- Keep fish and lean meat and poultry portion to about 3 ounces (or the size of a deck of cards). Bake, broil, or grill it.
- Eat foods that have less fat and salt.
- Eat foods with more fiber such as whole grains cereals, breads, crackers, rice, or pasta.
Get 30 to 60 minutes of physical activity on most days of the week. Brisk walking is a great way to move more.
- Stay at a healthy weight by using your meal plan and moving more.
- Ask for help if you feel down. An Employee Assistance Program (EAP) representative, support group, member of the clergy, friend or family member who will listen to your concerns may help you feel better.
- Learn to cope with stress. Stress can raise your blood glucose (blood sugar). While it is hard to remove stress from your life, you can learn to handle it.
- Stop smoking. Ask a RedBrick Health Coach for help to quit.
- Take medicines even when you feel good. Ask your doctor if you need aspirinto prevent a heart attack or stroke. Tell your doctor if you cannot afford your medicines or if you have any side effects.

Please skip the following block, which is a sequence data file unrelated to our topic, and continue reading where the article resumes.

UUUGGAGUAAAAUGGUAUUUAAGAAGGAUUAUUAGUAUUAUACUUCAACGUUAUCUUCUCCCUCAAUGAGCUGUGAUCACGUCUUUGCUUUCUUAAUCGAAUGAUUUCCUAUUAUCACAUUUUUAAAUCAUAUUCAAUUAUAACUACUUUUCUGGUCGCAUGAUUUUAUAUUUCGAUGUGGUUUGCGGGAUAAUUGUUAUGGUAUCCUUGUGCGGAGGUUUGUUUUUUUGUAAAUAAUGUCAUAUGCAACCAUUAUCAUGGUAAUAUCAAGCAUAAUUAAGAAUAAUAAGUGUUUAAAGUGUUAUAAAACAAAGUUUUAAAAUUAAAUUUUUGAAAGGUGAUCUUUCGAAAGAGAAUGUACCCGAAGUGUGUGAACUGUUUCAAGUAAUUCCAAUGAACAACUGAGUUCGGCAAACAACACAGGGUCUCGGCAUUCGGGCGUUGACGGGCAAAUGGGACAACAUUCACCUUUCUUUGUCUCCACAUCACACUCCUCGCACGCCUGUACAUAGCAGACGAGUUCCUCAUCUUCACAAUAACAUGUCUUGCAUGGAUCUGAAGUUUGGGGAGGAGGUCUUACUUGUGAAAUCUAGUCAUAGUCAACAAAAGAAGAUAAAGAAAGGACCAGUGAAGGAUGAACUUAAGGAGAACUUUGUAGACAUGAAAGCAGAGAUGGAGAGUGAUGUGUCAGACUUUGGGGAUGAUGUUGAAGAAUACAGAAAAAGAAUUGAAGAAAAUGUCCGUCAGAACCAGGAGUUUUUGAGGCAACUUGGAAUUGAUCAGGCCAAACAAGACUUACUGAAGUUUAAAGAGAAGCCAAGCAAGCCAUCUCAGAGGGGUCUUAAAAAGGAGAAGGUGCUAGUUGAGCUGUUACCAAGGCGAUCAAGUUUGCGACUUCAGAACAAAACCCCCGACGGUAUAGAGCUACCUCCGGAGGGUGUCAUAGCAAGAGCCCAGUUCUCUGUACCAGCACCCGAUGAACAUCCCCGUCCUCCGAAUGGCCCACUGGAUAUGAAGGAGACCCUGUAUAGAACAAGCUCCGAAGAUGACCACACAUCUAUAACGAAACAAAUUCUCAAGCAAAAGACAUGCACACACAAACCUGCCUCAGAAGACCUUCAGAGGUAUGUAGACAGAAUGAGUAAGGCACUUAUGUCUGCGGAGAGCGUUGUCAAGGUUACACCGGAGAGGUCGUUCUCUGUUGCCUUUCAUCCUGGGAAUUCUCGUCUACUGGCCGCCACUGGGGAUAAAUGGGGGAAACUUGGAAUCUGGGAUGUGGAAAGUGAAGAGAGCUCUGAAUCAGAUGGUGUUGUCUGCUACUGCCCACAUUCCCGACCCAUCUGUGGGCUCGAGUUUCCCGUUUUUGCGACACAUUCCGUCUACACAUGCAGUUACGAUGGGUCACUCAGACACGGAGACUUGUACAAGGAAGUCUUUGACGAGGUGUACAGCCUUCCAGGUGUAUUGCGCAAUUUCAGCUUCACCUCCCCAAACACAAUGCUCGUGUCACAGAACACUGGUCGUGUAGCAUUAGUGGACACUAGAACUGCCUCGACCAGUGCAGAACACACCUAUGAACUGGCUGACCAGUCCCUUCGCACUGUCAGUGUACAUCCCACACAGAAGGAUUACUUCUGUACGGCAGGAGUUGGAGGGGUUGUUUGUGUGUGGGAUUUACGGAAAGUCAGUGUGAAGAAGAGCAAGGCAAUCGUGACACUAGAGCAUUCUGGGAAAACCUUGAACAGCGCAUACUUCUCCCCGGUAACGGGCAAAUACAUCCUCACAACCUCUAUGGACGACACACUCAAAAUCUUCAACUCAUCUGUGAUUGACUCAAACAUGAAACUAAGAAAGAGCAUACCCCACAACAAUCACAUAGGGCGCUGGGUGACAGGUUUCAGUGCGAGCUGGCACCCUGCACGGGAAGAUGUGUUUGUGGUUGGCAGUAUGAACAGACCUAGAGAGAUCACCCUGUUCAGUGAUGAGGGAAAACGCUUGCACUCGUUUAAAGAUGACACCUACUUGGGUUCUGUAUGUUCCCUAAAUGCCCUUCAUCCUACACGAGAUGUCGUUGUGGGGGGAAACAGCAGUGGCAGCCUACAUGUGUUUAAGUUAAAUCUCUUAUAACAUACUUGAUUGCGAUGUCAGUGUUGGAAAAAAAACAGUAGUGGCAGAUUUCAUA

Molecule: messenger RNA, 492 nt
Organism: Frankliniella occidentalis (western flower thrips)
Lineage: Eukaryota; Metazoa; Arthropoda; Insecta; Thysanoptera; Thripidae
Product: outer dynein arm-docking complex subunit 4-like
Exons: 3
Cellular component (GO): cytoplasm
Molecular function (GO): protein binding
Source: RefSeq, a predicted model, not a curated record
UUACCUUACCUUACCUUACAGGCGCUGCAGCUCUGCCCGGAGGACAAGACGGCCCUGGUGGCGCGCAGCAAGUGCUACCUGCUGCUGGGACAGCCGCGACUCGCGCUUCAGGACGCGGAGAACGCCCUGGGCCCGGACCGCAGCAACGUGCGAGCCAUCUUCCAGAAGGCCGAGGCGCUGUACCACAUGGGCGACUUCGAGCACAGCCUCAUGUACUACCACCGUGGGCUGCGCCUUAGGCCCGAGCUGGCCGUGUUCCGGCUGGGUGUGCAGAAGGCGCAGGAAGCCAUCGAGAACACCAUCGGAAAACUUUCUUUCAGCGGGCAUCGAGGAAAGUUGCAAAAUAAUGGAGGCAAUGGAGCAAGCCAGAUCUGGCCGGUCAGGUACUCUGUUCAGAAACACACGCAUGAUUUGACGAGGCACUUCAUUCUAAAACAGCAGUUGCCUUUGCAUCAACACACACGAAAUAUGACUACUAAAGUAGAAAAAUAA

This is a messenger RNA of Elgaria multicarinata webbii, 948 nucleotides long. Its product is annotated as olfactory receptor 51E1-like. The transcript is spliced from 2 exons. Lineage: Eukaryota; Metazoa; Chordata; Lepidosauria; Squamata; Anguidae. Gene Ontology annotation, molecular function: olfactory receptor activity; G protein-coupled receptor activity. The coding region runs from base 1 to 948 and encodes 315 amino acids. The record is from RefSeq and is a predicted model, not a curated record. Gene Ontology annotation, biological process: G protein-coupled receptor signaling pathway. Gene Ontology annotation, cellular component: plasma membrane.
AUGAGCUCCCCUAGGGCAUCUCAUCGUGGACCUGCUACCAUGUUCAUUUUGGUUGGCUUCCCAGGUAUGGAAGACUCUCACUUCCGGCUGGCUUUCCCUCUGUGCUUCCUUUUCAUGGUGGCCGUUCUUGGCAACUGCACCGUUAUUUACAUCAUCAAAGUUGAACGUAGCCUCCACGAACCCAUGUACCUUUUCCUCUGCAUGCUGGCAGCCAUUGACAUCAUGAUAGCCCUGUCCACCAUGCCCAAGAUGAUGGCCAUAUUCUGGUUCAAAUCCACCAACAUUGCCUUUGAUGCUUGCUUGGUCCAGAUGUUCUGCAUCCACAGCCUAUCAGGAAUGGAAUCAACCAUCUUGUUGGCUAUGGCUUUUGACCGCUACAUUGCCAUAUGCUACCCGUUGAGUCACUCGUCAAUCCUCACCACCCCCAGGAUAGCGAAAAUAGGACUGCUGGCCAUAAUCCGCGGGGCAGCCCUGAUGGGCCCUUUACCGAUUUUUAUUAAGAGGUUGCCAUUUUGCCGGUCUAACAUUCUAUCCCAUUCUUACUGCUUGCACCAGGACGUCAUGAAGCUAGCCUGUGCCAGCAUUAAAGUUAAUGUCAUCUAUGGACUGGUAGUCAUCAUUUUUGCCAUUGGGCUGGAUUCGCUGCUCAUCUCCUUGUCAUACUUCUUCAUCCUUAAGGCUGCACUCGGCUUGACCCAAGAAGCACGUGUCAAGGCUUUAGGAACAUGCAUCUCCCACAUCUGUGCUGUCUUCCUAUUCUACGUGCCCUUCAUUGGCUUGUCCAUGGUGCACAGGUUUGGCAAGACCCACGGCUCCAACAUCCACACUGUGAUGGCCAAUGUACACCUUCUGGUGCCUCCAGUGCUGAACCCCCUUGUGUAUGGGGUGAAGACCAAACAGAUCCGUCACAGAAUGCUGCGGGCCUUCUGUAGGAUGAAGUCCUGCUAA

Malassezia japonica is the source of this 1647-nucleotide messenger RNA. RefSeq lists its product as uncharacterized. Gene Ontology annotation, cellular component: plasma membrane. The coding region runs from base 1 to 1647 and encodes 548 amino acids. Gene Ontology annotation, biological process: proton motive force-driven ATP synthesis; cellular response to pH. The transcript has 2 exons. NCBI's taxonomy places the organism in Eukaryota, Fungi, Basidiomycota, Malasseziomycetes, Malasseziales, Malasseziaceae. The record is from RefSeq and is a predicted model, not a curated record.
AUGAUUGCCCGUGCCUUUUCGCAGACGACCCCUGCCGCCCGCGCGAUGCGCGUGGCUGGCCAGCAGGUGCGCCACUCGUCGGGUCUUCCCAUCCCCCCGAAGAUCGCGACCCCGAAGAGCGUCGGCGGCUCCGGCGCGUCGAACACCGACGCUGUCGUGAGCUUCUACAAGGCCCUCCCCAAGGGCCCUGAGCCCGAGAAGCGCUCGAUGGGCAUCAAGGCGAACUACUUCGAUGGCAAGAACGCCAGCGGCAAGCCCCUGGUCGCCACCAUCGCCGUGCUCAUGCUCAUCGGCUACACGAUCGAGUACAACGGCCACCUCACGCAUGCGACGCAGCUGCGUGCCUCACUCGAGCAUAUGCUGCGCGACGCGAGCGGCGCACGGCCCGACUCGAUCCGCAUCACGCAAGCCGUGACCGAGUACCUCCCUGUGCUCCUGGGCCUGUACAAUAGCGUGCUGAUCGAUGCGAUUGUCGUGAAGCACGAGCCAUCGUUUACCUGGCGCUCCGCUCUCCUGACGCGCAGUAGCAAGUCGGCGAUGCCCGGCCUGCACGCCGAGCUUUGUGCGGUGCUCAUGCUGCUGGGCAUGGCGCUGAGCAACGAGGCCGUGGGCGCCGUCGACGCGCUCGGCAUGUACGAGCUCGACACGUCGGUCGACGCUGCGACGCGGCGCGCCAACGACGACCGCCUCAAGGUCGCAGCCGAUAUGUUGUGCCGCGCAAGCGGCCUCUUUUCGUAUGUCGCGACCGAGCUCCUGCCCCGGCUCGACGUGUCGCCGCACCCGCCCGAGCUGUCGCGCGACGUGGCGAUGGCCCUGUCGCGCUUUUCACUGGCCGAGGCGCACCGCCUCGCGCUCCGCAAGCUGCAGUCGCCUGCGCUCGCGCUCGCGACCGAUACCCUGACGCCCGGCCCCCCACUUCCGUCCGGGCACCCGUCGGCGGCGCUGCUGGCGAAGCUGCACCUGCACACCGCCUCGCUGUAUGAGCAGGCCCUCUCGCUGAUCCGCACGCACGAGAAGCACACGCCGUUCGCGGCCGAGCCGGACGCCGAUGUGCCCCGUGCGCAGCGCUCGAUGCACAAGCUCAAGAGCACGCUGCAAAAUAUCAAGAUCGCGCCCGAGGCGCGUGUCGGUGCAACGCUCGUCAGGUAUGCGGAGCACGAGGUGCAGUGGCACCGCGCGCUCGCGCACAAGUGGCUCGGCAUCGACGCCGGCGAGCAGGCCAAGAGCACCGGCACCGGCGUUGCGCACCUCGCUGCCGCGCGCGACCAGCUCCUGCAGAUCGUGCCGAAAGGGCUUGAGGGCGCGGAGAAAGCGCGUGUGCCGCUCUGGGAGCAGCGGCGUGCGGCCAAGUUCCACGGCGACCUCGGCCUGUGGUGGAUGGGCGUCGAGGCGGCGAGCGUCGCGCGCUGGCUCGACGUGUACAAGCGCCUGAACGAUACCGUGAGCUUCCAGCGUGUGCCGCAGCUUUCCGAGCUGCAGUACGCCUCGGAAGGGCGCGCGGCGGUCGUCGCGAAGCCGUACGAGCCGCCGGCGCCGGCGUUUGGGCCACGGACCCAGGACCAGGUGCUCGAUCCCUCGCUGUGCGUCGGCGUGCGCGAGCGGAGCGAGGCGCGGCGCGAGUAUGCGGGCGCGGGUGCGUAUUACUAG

- Check your feet every day for cuts, blisters, red spots and swelling. Call your doctor right away about any sores that do not go away.
- Brush your teeth and floss every day to avoid problems with your mouth, teeth or gums.
- Monitor your blood glucose (blood sugar). You may want to test it one or more times a day. Use the card at the back of this booklet to keep a record of your blood glucose numbers. Be sure to take this record to your doctor visits. (See below for details.)
- Check your blood pressure if your doctor advises.
- Report any changes in your eyesight to your doctor.
Monitoring your blood sugar